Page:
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Over the last few decades, the way in which companies conduct business has gone through a transformation. Organizations have shifted their business models from brick-and-mortar products and services platforms to innovative, adaptive strategies that capitalize on the constant change brought about by technology. In order to compete, many businesses are redirecting their energies to more flexible, mobile business processes.

Yet such digital transformation comes with a significant exposure. A 2018 IBM-sponsored Ponemon Institute study concluded that the 383 companies surveyed have a 27.9-percent probability of experiencing a material data breach involving ten thousand records over a 24-month period. That’s a 2.2 percent increase of probability over 2017 statistics.

Also, on the increase: the average total cost of a data breach. The same Ponemon study shows that average total cost rose from $3.62 to $3.86 million, a 6.4 percent increase over 2017 figures. The average cost per record has risen from $141 to $148, up 4.8 percent in one year.

Evolving Threats & Coverage Gaps

From phishing scams to ransomware attacks, cyber thieves are finding their way into company systems and exposing sensitive corporate data. Yet as cybersecurity experts work to stay ahead of the threats, thieves are developing new ways to breach systems and profit from security gaps. Thieves are now targeting smart devices, including printers and IP cameras, and trying to compromise cloud-based systems and databases.

Yet what risks does any one company face? Understanding the full extent of a company’s exposure is not always obvious. Likewise, knowing what would constitute a comprehensive cyber liability policy for that particular business can be just as challenging. Most buyers are not aware of their needs or insurance options.

That’s because cyber risk can be a breach, a loss, or nearly any other form of disruption or damage to a company’s systems or data. In order for a cyber liability policy to be effective, a company must identify its vulnerabilities.

 

Network modeling and risk scoring allows companies to create an all-inclusive network model that encompasses both physical and digital company assets, including public and private cloud environments.

A Model for Network Risks

Fortunately, companies are now able to get a more targeted view of risks through network modeling and risk scoring. Objective measurement of network resilience, such as that which XL Catlin clients can access via a collaboration with network modeling and risk scoring platform provider RedSeal, can give companies a full-scale view of their cyber risks over time and serve as a roadmap for companies to improve their cybersecurity measures.

Network modeling and risk scoring allows companies to create an all-inclusive network model that encompasses both physical and digital company assets, including public and private cloud environments. That helps companies identify:

  • Device and third-party software weaknesses and their impact on the network: a business can see device vulnerabilities and access paths across the enterprise, which can help improve incident response plans.
  • Ease of accessibility of a company’s valuable assets to hackers: a business can identify misconfigurations, audit compliance issues, and adjust access controls, further improving security.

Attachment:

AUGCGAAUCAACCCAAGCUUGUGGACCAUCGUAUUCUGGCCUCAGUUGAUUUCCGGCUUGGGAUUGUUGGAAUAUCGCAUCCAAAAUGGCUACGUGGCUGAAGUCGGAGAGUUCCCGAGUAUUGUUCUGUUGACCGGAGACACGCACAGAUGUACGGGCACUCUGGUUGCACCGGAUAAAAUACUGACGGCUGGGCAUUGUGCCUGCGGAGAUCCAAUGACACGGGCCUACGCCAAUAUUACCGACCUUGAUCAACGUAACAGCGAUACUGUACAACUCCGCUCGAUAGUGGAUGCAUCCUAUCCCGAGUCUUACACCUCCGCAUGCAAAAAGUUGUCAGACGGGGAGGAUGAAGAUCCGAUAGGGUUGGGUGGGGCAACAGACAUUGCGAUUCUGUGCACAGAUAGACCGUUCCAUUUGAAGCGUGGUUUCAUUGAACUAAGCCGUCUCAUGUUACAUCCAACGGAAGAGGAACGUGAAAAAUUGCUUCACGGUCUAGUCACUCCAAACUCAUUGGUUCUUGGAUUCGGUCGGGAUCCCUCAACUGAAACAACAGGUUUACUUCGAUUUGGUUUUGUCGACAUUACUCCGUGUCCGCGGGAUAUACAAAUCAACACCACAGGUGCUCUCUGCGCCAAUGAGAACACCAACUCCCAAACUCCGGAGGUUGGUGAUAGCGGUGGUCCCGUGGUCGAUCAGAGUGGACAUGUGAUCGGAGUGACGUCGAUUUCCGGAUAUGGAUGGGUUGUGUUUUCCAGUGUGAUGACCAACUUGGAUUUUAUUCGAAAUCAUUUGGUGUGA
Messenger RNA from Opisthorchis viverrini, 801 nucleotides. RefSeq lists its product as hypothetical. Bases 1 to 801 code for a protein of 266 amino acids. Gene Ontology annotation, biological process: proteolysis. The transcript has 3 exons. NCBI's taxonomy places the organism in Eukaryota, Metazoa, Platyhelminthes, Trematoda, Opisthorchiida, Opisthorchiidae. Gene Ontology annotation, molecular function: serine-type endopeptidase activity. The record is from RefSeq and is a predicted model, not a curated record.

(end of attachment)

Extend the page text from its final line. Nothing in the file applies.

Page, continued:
• How well the company’s network, connections, and devices are understood: by finding and repairing misconfigurations and vulnerabilities, companies can improve network access decisions, assess attack routes, and ensure compliance quickly.

Another bonus: companies are able to create a continuous improvement process within their cybersecurity initiatives, further improving their resilience and awareness of their cyber exposures.

Also, by using risk scoring and modeling, companies can improve their insurance costs and coverage. A low risk score can give underwriters more in-depth information for risk evaluation and can help them better evaluate a company’s risks over time. Such data can help underwriters determine the most appropriate policy terms and pricing.

For insurers, such comprehensive data can also provide:

  • Better evaluation of internal and external threats
  • Monetized metrics to better score risks
  • Objective standards for coverage qualification
  • Insight into network resilience and resistance, survival and recovery capability

The Smart Approach to Cyber Threats

As cyber risks evolve, so should the approach companies take to understand their risks. By working together, consumers and providers can manage cyber risk by developing a data-driven picture of each company’s unique risks. By understanding the entire cyber risk exposure, companies can reduce their financial losses and increase their cybersecurity, all while making their networks more resilient. The result: a more competitive, flexible approach to business without all the risks.

About the Authors

Steve Timmerman is VP Business Development at RedSeal, which helps customers understand their network from the inside out – providing actionable intelligence, situational awareness and a Digital Resilience Score to help enterprises measure and improve their resilience.  He can be reached at steve@redseal.net. Elissa Doroff is product manager for XL Catlin’s Cyber & Technology insurance business.  She can be reached at elissa.doroff@xlcatlin.com.

  • About The Author
  • RedSeal,VP Business Development and Elissa Doroff,Product Manager,XL Catlin,Cyber & Technology
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